DDR3 DRAM prices drop to all-time low

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Date: Thursday, February 23rd, 2012, 07:59
Category: Hardware, News

If you were looking to upgrade your RAM, there’s literally never been a better time for it.

Per Macworld, prices of DDR3 DRAM memory used in notebooks and desktops have dipped to an all-time low of around US$1, and will continue to fall, which could help PC makers pack more memory into computers, analysts said.

Average prices for predominant 2Gb (gigabit) DDR3 DRAM die hit the US$1 mark during the first quarter, which is a massive drop from the average price of roughly US$2.25 for the same memory in the first quarter last year, according to research firm iSuppli. A 4GB (gigabyte) DRAM module was priced between US$18 and US$20 at the end of 2011, a precipitous drop from $40 at the end of 2010.

The price of a 2Gb DRAM chip was between 82 cents and 95 cents on Wednesday, according to DRAMExchange, a website that tracks daily memory pricing.

The drop in memory prices is a continuation of a trend from last year, analysts said. A shortfall in PC demand hurt memory pricing last year, but memory makers are still moving excess inventory into the market rapidly, which has contributed to the continued price drop.

“We’re at a historical all-time low, yes,” said Mike Howard, senior principal analyst at IHS iSuppli. “It costs Dell and Hewlett-Packard less now than a year ago to put the same amount of memory in the PC.”

Instead of packing more memory, some PC makers have opted to load the same amount of memory in PCs to cover the rising cost of other components. Dell earlier this week said it was using the favorable memory and LCD pricing environment to offset the rising prices of hard drives, which were in short supply due to the floods in Thailand last year.

The DRAM industry fundamentals are weak, but memory makers are taking corrective action to balance supply and demand, iSuppli’s Howard said. Some of the existing manufacturing capacity is coming offline to reduce output, but the prices could continue to fall as long as the cost of making memory drops.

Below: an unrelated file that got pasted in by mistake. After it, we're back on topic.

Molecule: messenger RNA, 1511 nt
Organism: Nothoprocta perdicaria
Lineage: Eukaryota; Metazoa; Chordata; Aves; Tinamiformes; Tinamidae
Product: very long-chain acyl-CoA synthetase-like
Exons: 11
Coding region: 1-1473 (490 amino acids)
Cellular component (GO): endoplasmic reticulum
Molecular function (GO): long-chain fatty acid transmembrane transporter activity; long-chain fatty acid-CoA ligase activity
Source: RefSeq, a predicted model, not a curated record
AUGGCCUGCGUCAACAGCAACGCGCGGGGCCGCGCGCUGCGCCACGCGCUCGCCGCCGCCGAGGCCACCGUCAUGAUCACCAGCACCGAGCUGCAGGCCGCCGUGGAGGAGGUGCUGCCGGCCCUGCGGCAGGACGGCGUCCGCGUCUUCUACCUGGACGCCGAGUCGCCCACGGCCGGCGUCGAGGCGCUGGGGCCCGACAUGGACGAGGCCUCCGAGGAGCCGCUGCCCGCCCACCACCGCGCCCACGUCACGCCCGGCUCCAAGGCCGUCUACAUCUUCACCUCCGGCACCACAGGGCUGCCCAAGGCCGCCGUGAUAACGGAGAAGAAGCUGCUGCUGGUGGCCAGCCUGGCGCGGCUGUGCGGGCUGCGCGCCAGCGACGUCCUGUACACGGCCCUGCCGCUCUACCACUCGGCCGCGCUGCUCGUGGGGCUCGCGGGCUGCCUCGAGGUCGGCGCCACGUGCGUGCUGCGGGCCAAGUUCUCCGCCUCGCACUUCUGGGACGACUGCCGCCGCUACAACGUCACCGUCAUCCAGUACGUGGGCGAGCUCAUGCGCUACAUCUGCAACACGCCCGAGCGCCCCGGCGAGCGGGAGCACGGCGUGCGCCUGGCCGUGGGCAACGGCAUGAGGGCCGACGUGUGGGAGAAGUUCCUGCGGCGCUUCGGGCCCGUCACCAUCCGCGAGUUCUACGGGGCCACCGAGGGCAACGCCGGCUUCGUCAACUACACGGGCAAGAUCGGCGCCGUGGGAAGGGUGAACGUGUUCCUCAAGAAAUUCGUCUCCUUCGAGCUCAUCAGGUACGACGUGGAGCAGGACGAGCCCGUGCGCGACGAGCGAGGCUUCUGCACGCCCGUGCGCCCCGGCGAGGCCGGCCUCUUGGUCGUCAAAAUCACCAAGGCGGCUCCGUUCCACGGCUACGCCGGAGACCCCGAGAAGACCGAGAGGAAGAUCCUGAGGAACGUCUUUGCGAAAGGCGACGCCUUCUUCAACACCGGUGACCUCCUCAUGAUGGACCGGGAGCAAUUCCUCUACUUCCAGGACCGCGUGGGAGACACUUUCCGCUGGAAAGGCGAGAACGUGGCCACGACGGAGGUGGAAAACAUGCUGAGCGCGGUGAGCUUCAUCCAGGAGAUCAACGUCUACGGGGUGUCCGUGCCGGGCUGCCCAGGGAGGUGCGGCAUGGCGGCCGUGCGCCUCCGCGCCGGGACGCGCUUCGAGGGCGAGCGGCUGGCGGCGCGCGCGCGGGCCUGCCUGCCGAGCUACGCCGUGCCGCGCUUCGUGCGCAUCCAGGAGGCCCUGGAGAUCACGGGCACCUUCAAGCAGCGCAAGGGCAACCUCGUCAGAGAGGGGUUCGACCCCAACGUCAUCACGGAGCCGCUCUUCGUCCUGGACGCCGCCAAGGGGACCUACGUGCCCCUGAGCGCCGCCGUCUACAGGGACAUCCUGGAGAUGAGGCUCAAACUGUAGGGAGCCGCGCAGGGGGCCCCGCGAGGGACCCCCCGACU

The pricing will continue to fall through the second quarter, said Shane Rau, research director at IDC.

“The issue is huge oversupply in the first and second quarter of 2012 and the resulting pricing competition among suppliers,” Rau said.

The DRAM market initially fell apart at the end of 2008 after the economic downturn prompted DRAM makers to reduce memory output. However, production went up the following year as PC demand recovered with the active refresh cycle and the release of the 64-bit version of Windows 7 in 2009, which allowed for a higher memory ceiling.

But PC shipments slowed down again in the second half of 2010 with growing demand for tablets and smartphones, which rely on different memory types such as low-power DDR and nonvolatile NAND flash memory. Some chip makers have now changed business models and are increasing focus on memory for tablets and smartphones.

Stay tuned for additional details.

In other news, I recently upgraded my 2011 MacBook Pro’s RAM to 16 gigabytes…and the ladies still haven’t really noticed.

Apple patent shows effort to develop thinner keyboards

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Date: Thursday, February 23rd, 2012, 07:51
Category: News, Patents


Remember your Apple keyboard?